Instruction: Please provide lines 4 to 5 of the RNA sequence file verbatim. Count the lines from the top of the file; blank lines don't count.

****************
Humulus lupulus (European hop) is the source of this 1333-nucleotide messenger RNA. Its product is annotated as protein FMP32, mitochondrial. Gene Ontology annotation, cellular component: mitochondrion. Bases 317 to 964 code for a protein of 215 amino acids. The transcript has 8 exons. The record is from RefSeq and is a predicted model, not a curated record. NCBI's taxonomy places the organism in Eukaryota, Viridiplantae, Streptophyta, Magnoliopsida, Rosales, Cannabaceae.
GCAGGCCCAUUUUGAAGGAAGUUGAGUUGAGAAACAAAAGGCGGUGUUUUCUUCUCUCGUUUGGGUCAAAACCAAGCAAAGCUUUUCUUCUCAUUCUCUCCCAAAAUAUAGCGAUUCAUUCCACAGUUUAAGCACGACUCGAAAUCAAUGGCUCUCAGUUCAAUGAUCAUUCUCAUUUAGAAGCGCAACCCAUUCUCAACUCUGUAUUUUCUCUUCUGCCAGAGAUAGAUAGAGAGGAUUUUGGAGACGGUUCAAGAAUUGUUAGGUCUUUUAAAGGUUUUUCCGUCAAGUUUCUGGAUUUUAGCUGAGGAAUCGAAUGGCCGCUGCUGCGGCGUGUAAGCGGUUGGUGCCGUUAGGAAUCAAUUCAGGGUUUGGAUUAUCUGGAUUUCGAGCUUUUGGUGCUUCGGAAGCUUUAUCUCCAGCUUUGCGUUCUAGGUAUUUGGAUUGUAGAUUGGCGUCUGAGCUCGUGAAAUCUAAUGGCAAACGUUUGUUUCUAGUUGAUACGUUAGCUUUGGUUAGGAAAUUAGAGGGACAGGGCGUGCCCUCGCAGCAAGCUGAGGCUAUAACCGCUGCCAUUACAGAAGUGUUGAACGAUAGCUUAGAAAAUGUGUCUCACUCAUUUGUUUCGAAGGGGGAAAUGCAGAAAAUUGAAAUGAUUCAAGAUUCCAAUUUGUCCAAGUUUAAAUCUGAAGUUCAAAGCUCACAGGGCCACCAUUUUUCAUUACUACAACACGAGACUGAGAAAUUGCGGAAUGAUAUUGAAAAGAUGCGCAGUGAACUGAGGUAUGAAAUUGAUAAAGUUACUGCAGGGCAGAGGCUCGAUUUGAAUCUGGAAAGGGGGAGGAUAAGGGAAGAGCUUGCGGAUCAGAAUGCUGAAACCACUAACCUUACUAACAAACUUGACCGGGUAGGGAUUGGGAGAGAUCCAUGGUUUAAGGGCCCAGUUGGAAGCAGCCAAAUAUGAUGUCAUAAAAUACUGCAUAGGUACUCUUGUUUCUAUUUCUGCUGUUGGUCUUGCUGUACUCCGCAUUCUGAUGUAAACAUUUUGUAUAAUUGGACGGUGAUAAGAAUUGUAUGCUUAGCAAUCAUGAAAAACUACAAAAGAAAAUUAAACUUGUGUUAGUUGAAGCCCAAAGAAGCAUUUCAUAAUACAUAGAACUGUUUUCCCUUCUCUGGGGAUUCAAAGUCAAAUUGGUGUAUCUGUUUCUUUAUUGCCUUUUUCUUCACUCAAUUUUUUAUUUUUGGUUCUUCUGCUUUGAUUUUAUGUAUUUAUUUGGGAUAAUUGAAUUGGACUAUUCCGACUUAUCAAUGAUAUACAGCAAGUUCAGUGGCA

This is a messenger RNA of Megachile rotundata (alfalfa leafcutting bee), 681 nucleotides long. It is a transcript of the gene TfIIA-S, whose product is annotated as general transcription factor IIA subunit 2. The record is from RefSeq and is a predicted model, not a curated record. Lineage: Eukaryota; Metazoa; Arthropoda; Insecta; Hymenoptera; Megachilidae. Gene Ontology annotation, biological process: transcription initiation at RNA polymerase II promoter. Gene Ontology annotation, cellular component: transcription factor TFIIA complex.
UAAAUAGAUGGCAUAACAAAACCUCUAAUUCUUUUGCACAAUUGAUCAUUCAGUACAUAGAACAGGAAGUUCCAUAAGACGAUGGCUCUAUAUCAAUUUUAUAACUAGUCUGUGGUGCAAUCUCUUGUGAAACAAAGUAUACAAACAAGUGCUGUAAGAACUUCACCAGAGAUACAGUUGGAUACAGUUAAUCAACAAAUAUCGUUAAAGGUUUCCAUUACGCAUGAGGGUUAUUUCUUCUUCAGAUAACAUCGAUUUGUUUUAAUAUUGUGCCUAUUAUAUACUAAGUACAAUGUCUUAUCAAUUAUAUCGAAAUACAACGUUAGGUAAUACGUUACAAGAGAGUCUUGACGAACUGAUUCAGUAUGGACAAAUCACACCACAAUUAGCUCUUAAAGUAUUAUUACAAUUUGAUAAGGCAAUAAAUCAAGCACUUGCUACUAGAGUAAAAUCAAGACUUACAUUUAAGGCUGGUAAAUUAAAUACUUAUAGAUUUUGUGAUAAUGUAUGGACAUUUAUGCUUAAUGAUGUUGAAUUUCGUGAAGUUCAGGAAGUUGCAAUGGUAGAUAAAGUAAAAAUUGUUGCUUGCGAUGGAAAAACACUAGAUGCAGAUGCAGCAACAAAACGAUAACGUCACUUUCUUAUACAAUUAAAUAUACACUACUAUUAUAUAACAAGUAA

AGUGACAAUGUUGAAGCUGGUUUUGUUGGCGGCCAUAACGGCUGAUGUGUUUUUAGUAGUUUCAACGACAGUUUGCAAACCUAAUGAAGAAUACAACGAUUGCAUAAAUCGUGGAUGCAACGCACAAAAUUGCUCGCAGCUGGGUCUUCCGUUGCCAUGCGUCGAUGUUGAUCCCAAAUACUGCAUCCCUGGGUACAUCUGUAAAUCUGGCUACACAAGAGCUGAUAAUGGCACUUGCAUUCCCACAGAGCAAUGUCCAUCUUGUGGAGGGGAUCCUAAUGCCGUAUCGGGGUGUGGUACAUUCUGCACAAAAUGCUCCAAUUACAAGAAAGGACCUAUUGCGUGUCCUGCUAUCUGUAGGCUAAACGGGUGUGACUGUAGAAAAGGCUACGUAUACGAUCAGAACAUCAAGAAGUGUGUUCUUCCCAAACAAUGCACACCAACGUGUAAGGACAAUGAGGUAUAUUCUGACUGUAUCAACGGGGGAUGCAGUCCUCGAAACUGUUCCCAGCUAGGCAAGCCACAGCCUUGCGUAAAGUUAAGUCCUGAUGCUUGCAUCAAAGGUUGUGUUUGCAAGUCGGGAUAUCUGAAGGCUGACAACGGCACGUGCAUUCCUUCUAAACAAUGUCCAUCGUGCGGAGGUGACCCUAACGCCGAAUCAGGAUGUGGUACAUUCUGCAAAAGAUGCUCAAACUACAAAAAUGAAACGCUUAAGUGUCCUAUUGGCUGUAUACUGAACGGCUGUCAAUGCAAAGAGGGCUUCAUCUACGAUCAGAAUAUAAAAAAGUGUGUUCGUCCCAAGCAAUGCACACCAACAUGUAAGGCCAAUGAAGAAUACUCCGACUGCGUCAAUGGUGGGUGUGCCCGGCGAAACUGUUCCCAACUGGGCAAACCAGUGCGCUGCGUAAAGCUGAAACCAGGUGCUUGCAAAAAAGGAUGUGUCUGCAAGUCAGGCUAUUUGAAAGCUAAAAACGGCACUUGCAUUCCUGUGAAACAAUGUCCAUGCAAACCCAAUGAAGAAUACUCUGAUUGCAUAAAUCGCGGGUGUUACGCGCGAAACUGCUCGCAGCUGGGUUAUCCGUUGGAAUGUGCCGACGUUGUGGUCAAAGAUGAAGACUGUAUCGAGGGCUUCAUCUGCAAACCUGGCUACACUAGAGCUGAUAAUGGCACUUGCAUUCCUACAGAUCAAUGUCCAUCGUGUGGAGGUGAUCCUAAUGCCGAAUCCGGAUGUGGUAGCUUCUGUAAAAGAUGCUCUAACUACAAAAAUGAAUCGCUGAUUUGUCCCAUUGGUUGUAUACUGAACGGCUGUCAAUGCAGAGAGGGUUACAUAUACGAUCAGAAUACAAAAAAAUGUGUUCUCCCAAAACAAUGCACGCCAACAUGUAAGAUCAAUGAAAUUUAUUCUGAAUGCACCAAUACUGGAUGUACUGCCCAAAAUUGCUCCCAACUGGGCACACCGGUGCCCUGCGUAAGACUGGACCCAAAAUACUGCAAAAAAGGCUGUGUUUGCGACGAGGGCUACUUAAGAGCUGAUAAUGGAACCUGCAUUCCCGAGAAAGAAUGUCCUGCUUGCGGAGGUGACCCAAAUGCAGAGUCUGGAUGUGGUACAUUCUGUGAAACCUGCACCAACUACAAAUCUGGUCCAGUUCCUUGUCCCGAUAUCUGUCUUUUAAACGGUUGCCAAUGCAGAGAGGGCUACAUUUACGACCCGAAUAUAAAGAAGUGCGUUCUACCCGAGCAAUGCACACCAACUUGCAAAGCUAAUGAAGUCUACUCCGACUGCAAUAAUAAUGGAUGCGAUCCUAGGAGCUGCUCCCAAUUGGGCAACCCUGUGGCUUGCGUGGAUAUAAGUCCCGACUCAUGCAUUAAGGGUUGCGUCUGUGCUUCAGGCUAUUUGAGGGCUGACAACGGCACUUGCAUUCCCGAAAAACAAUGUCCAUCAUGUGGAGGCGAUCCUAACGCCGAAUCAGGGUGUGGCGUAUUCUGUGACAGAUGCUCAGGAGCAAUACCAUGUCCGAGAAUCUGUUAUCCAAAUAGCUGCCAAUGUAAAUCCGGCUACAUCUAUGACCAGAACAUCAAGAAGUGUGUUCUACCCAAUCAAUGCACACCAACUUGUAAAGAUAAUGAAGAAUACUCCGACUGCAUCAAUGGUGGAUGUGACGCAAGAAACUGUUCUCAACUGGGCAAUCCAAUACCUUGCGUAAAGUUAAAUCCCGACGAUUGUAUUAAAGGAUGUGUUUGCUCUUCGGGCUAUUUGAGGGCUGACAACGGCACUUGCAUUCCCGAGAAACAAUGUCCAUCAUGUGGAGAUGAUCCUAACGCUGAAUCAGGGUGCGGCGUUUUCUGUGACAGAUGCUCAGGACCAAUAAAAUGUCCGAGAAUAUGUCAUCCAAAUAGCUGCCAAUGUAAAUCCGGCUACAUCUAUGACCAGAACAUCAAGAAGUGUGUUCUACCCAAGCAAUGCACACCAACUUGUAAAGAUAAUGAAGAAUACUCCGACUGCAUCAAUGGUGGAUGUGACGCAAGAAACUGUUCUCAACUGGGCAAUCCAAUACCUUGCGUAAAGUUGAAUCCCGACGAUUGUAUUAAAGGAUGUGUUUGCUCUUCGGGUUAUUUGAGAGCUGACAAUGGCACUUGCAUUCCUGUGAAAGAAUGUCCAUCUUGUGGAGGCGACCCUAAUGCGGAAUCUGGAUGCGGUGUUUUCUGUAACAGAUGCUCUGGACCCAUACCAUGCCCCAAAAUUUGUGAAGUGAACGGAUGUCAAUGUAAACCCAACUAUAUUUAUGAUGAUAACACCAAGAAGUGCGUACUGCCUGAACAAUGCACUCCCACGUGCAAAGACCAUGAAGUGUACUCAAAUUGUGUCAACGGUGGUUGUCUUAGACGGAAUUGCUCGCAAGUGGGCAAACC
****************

UAAAUAGAUGGCAUAACAAAACCUCUAAUUCUUUUGCACAAUUGAUCAUUCAGUACAUAGAACAGGAAGUUCCAUAAGACGAUGGCUCUAUAUCAAUUUUAUAACUAGUCUGUGGUGCAAUCUCUUGUGAAACAAAGUAUACAAACAAGUGCUGUAAGAACUUCACCAGAGAUACAGUUGGAUACAGUUAAUCAACAAAUAUCGUUAAAGGUUUCCAUUACGCAUGAGGGUUAUUUCUUCUUCAGAUAACAUCGAUUUGUUUUAAUAUUGUGCCUAUUAUAUACUAAGUACAAUGUCUUAUCAAUUAUAUCGAAAUACAACGUUAGGUAAUACGUUACAAGAGAGUCUUGACGAACUGAUUCAGUAUGGACAAAUCACACCACAAUUAGCUCUUAAAGUAUUAUUACAAUUUGAUAAGGCAAUAAAUCAAGCACUUGCUACUAGAGUAAAAUCAAGACUUACAUUUAAGGCUGGUAAAUUAAAUACUUAUAGAUUUUGUGAUAAUGUAUGGACAUUUAUGCUUAAUGAUGUUGAAUUUCGUGAAGUUCAGGAAGUUGCAAUGGUAGAUAAAGUAAAAAUUGUUGCUUGCGAUGGAAAAACACUAGAUGCAGAUGCAGCAACAAAACGAUAACGUCACUUUCUUAUACAAUUAAAUAUACACUACUAUUAUAUAACAAGUAA

AGUGACAAUGUUGAAGCUGGUUUUGUUGGCGGCCAUAACGGCUGAUGUGUUUUUAGUAGUUUCAACGACAGUUUGCAAACCUAAUGAAGAAUACAACGAUUGCAUAAAUCGUGGAUGCAACGCACAAAAUUGCUCGCAGCUGGGUCUUCCGUUGCCAUGCGUCGAUGUUGAUCCCAAAUACUGCAUCCCUGGGUACAUCUGUAAAUCUGGCUACACAAGAGCUGAUAAUGGCACUUGCAUUCCCACAGAGCAAUGUCCAUCUUGUGGAGGGGAUCCUAAUGCCGUAUCGGGGUGUGGUACAUUCUGCACAAAAUGCUCCAAUUACAAGAAAGGACCUAUUGCGUGUCCUGCUAUCUGUAGGCUAAACGGGUGUGACUGUAGAAAAGGCUACGUAUACGAUCAGAACAUCAAGAAGUGUGUUCUUCCCAAACAAUGCACACCAACGUGUAAGGACAAUGAGGUAUAUUCUGACUGUAUCAACGGGGGAUGCAGUCCUCGAAACUGUUCCCAGCUAGGCAAGCCACAGCCUUGCGUAAAGUUAAGUCCUGAUGCUUGCAUCAAAGGUUGUGUUUGCAAGUCGGGAUAUCUGAAGGCUGACAACGGCACGUGCAUUCCUUCUAAACAAUGUCCAUCGUGCGGAGGUGACCCUAACGCCGAAUCAGGAUGUGGUACAUUCUGCAAAAGAUGCUCAAACUACAAAAAUGAAACGCUUAAGUGUCCUAUUGGCUGUAUACUGAACGGCUGUCAAUGCAAAGAGGGCUUCAUCUACGAUCAGAAUAUAAAAAAGUGUGUUCGUCCCAAGCAAUGCACACCAACAUGUAAGGCCAAUGAAGAAUACUCCGACUGCGUCAAUGGUGGGUGUGCCCGGCGAAACUGUUCCCAACUGGGCAAACCAGUGCGCUGCGUAAAGCUGAAACCAGGUGCUUGCAAAAAAGGAUGUGUCUGCAAGUCAGGCUAUUUGAAAGCUAAAAACGGCACUUGCAUUCCUGUGAAACAAUGUCCAUGCAAACCCAAUGAAGAAUACUCUGAUUGCAUAAAUCGCGGGUGUUACGCGCGAAACUGCUCGCAGCUGGGUUAUCCGUUGGAAUGUGCCGACGUUGUGGUCAAAGAUGAAGACUGUAUCGAGGGCUUCAUCUGCAAACCUGGCUACACUAGAGCUGAUAAUGGCACUUGCAUUCCUACAGAUCAAUGUCCAUCGUGUGGAGGUGAUCCUAAUGCCGAAUCCGGAUGUGGUAGCUUCUGUAAAAGAUGCUCUAACUACAAAAAUGAAUCGCUGAUUUGUCCCAUUGGUUGUAUACUGAACGGCUGUCAAUGCAGAGAGGGUUACAUAUACGAUCAGAAUACAAAAAAAUGUGUUCUCCCAAAACAAUGCACGCCAACAUGUAAGAUCAAUGAAAUUUAUUCUGAAUGCACCAAUACUGGAUGUACUGCCCAAAAUUGCUCCCAACUGGGCACACCGGUGCCCUGCGUAAGACUGGACCCAAAAUACUGCAAAAAAGGCUGUGUUUGCGACGAGGGCUACUUAAGAGCUGAUAAUGGAACCUGCAUUCCCGAGAAAGAAUGUCCUGCUUGCGGAGGUGACCCAAAUGCAGAGUCUGGAUGUGGUACAUUCUGUGAAACCUGCACCAACUACAAAUCUGGUCCAGUUCCUUGUCCCGAUAUCUGUCUUUUAAACGGUUGCCAAUGCAGAGAGGGCUACAUUUACGACCCGAAUAUAAAGAAGUGCGUUCUACCCGAGCAAUGCACACCAACUUGCAAAGCUAAUGAAGUCUACUCCGACUGCAAUAAUAAUGGAUGCGAUCCUAGGAGCUGCUCCCAAUUGGGCAACCCUGUGGCUUGCGUGGAUAUAAGUCCCGACUCAUGCAUUAAGGGUUGCGUCUGUGCUUCAGGCUAUUUGAGGGCUGACAACGGCACUUGCAUUCCCGAAAAACAAUGUCCAUCAUGUGGAGGCGAUCCUAACGCCGAAUCAGGGUGUGGCGUAUUCUGUGACAGAUGCUCAGGAGCAAUACCAUGUCCGAGAAUCUGUUAUCCAAAUAGCUGCCAAUGUAAAUCCGGCUACAUCUAUGACCAGAACAUCAAGAAGUGUGUUCUACCCAAUCAAUGCACACCAACUUGUAAAGAUAAUGAAGAAUACUCCGACUGCAUCAAUGGUGGAUGUGACGCAAGAAACUGUUCUCAACUGGGCAAUCCAAUACCUUGCGUAAAGUUAAAUCCCGACGAUUGUAUUAAAGGAUGUGUUUGCUCUUCGGGCUAUUUGAGGGCUGACAACGGCACUUGCAUUCCCGAGAAACAAUGUCCAUCAUGUGGAGAUGAUCCUAACGCUGAAUCAGGGUGCGGCGUUUUCUGUGACAGAUGCUCAGGACCAAUAAAAUGUCCGAGAAUAUGUCAUCCAAAUAGCUGCCAAUGUAAAUCCGGCUACAUCUAUGACCAGAACAUCAAGAAGUGUGUUCUACCCAAGCAAUGCACACCAACUUGUAAAGAUAAUGAAGAAUACUCCGACUGCAUCAAUGGUGGAUGUGACGCAAGAAACUGUUCUCAACUGGGCAAUCCAAUACCUUGCGUAAAGUUGAAUCCCGACGAUUGUAUUAAAGGAUGUGUUUGCUCUUCGGGUUAUUUGAGAGCUGACAAUGGCACUUGCAUUCCUGUGAAAGAAUGUCCAUCUUGUGGAGGCGACCCUAAUGCGGAAUCUGGAUGCGGUGUUUUCUGUAACAGAUGCUCUGGACCCAUACCAUGCCCCAAAAUUUGUGAAGUGAACGGAUGUCAAUGUAAACCCAACUAUAUUUAUGAUGAUAACACCAAGAAGUGCGUACUGCCUGAACAAUGCACUCCCACGUGCAAAGACCAUGAAGUGUACUCAAAUUGUGUCAACGGUGGUUGUCUUAGACGGAAUUGCUCGCAAGUGGGCAAACC